by Khury Petersen-Smith at Yes! Magazine.

The people of Ukraine are fleeing, suffering, and resisting in the face of an appalling and brutal Russian invasion.

The invasion is posing a challenge for progressives and people on the left—particularly for those of us located in the U.S. As we work to stand with the peoples of Palestine, Yemen, Iraq, Afghanistan, Somalia, Haiti, and many other places, we are also challenged to find ways to stand with the besieged people of Ukraine—who are facing an aggressor that is not the U.S.

But we live in a complicated and polarized world of international politics. Many of us are used to protesting our own government and its allies. And the U.S. government—with its ever-expanding wars and ever-ballooning military budget—and those of its allies, including Israel, Saudi Arabia, and the United Arab Emirates, give us no shortage of horrors to speak out against.

Indeed, the story of how Russia came to invade Ukraine requires looking at what the U.S. and NATO have been doing in Europe over decades, and especially in recent years.

But this time—and this invasion—demands that we break out of a binary view that sees the U.S. as the sole actor and other powers as merely responding. Yes, Russia is responsible for its invasion of Ukraine. But it is not solely responsible for the broader situation in Eastern Europe within which it launched the invasion—which has been shaped by the U.S. and NATO.

Similarly, it is glaringly insufficient to condemn the U.S. and NATO—though they are guilty of militarizing the region, and beyond—without starting with a clear condemnation of Putin’s Russia.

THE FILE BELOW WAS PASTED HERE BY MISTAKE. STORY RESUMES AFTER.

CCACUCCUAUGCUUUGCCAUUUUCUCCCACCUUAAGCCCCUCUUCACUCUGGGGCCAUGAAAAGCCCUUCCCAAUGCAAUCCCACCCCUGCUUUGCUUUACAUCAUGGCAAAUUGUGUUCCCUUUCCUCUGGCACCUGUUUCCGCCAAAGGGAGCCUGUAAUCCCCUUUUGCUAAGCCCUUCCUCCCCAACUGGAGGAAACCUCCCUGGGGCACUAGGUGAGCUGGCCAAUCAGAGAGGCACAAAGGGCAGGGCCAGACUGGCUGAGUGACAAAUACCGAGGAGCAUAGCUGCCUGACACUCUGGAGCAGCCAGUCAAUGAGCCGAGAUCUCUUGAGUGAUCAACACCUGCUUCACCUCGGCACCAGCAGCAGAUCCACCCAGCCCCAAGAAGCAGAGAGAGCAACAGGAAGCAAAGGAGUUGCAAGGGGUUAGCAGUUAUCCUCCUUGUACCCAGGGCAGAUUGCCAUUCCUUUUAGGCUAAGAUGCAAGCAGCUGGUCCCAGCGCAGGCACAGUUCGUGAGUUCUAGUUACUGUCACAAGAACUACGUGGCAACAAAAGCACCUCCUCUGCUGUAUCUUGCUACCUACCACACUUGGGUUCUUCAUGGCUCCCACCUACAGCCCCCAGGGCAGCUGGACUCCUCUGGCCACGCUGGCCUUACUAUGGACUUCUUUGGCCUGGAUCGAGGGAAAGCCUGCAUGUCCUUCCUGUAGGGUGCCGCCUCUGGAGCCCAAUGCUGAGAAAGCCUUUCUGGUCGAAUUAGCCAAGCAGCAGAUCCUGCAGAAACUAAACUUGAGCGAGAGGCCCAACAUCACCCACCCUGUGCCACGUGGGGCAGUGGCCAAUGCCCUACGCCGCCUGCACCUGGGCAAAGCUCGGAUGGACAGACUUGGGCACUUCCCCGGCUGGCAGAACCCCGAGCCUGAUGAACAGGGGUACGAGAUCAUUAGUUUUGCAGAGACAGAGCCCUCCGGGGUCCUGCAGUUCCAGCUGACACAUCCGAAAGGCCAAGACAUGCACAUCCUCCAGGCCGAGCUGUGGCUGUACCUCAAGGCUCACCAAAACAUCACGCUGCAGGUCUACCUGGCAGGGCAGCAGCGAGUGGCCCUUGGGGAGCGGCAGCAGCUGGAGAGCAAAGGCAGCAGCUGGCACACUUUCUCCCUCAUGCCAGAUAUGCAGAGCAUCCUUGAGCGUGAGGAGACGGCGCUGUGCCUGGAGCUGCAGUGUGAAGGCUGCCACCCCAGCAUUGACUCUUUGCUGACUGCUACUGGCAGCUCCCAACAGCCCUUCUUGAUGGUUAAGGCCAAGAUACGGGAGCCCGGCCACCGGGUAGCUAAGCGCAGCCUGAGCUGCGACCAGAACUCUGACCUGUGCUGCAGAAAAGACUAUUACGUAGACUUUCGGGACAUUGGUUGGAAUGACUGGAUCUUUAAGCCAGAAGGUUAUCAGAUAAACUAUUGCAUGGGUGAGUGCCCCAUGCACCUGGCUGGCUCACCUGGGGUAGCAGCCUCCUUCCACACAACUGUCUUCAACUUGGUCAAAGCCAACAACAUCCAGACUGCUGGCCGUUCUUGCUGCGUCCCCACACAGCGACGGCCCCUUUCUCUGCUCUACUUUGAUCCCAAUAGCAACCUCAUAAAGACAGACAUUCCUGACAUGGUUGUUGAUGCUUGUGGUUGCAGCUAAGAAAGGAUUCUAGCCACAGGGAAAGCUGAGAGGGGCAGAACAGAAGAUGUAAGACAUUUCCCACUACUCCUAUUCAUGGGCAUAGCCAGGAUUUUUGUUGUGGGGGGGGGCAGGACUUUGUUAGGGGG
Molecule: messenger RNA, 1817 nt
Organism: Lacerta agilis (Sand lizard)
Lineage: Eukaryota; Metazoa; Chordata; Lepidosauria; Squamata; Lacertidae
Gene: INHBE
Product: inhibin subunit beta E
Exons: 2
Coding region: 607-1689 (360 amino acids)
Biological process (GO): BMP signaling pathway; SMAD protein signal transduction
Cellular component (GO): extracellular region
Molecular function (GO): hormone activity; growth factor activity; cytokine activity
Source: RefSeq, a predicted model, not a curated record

And lastly, in our efforts to be in solidarity with the people of Ukraine, we cannot uncritically accept moves by Western powers against Russia—from economic sanctions that hurt ordinary Russians, to weapons sales to Ukraine, to military action against Russia—all of which will inevitably harm the most vulnerable, rather than the most powerful.

In the U.S., whenever a government that is deemed an “enemy” by officials and the mainstream media commits a horrendous act, Americans are compelled to “do something” in response. And the “something” inevitably put forward by the U.S. government is military action, or action that will otherwise devastate the people of the “enemy” country.

Today, the U.S. and its allies—Canada, Japan, Britain, and other European powers—are celebrating their use of economic sanctions against the Central Bank of Russia and the exclusion of Russian banks from the SWIFT transnational interbank communications and currency conversion system. In the weeks leading up to the invasion—and the Western deployment of sanctions—officials cheered their destructive power, calling them “nuclear” options and “the mother of all sanctions.” Now that they are in place, sanctions are predictably devastating ordinary Russians. The U.S. also openly debates imposing no-fly zones on Ukraine—in which U.S. and NATO jets would patrol parts of the country to repel Russian aircraft—all while the U.S. sends more troops to the eastern NATO countries.

But the idea that we have to either support military action and sanctions or “do nothing” is another false binary.

There are things people in the West can and should do.

We can, and should, demand that our governments open its doors to Ukrainian refugees—and to all refugees, actually, many of whom are displaced by U.S. violence and that of its allies.

We can, and should, support organizations working with displaced people from Ukraine directly.

We can, and should, call attention to the most vulnerable people in the crisis—including migrants in Ukraine and thousands of international students from Africa, China, and elsewhere—who have especially limited resources and harsh barriers as they, too, are displaced within and across borders.

And finally, we must support the people of Russia protesting Putin’s invasion from within.

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